Common Sense Note
Parents need to know that The Spectacular Now is a coming-of-age story adapted from author Tim Tharp's young adult novel about a hard-partying high school senior whose personal motto is to "live in the now." Although the movie is based on a YA book and is about high schoolers, it features constant underage alcohol consumption (the main character is an alcoholic), strong language ("f--k," "s--t," and more) and a couple of realistic sex scenes (one of which shows a glimpse of breast). Still, despite the mature content, the movie -- like the book -- will make teens think and offers an opportunity for parents and teens to talk about the problems with always living for the moment, the consequences of drinking/partying, and the risks of blowing off school, work, and other responsibilities to do your own thing.
Sutter makes it clear from the beginning that he and his ex were sexually active (a brief, non-graphic shot shows them having sex on a bed). Sutter and Aimee's first time together is a fairly lengthy scene, with Aimee's breasts briefly visible (she's topless, but her hair is so long that it covers most of her). Sutter and his best friend discuss how far they've gone after a date.
The movie isn't violent, but after drinking and driving, Sutter nearly gets in an accident on the highway and pulls over, which leads to another character getting hit by a car.
Language is frequent and includes "motherf---er," "f--k," "s--t," "a--hole," "p---y," "hell," "damn," "oh my God," "goddamn," and a few insults.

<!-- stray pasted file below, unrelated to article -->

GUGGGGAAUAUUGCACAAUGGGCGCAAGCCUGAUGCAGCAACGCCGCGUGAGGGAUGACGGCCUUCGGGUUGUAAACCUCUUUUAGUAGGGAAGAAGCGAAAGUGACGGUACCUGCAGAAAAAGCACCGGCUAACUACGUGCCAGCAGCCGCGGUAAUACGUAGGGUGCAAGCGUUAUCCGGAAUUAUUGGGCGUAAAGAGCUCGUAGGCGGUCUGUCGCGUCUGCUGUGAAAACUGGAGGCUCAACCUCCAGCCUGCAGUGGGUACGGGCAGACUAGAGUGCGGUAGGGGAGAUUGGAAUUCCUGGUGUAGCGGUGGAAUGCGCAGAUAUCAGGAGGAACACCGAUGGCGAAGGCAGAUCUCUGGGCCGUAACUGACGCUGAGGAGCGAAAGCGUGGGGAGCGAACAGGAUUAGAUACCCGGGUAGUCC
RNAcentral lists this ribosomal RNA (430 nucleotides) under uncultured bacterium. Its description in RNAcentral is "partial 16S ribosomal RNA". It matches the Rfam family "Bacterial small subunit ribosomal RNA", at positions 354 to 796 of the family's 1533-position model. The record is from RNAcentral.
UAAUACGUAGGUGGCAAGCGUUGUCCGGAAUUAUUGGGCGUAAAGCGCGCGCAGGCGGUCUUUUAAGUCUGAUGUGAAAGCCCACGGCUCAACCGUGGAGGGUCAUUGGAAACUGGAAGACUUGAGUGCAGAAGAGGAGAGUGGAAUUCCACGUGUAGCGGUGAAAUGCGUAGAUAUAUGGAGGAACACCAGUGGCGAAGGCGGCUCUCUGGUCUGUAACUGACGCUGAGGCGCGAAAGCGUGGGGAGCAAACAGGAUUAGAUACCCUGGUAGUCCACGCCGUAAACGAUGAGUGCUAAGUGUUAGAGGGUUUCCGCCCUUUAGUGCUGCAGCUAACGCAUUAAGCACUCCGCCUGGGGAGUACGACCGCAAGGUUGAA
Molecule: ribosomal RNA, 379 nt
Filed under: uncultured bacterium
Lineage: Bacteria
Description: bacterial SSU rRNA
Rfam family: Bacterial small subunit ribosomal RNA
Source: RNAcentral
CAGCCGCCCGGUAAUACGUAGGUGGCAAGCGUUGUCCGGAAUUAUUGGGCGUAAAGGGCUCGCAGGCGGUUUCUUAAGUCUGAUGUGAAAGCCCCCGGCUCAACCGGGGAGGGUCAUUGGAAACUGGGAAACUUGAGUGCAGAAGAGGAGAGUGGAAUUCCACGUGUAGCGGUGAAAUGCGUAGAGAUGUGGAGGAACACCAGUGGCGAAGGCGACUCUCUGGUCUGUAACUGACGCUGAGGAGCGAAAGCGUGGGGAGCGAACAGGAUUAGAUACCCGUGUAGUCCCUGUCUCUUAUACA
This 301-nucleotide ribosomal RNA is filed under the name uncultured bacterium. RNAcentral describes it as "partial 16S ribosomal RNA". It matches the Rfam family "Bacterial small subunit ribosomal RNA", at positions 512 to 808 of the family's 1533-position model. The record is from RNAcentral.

Even though Sutter is drunk a lot of the time, he does spout some thought-provoking ideas, like "embrace the weird" or "live in the now." He supports and encourages everyone around him, even his ex-girlfriend's new boyfriend, to see the best in/stand up for themselves. The movie shows how blurry the line between loving someone and enabling them is, and it will make teens think about the downside of partying too much.
Brands seen/featured include Apple (iPhone and desktop), Honda Accord, Chevy Durango, Bud Light/Blue Star beer, Publix supermarket, Jansport backpack.
Drugs / Tobacco /
The teen main character is hardly ever sober and walks around constantly with a big cup of soda that he mixes with gin or vodka. He has a flask that he uses to spike his drinks, and, at a party, he easily downs cup after cup of beer. Hard liquor, shots, beer -- he drinks it all. He's clearly an alcoholic, and he helps convince a non-drinking girl to drink heavily like him. Teens also smoke cigarettes and are served alcohol by adults -- in the main character's case, even by his own estranged (and equally hard-drinking) father.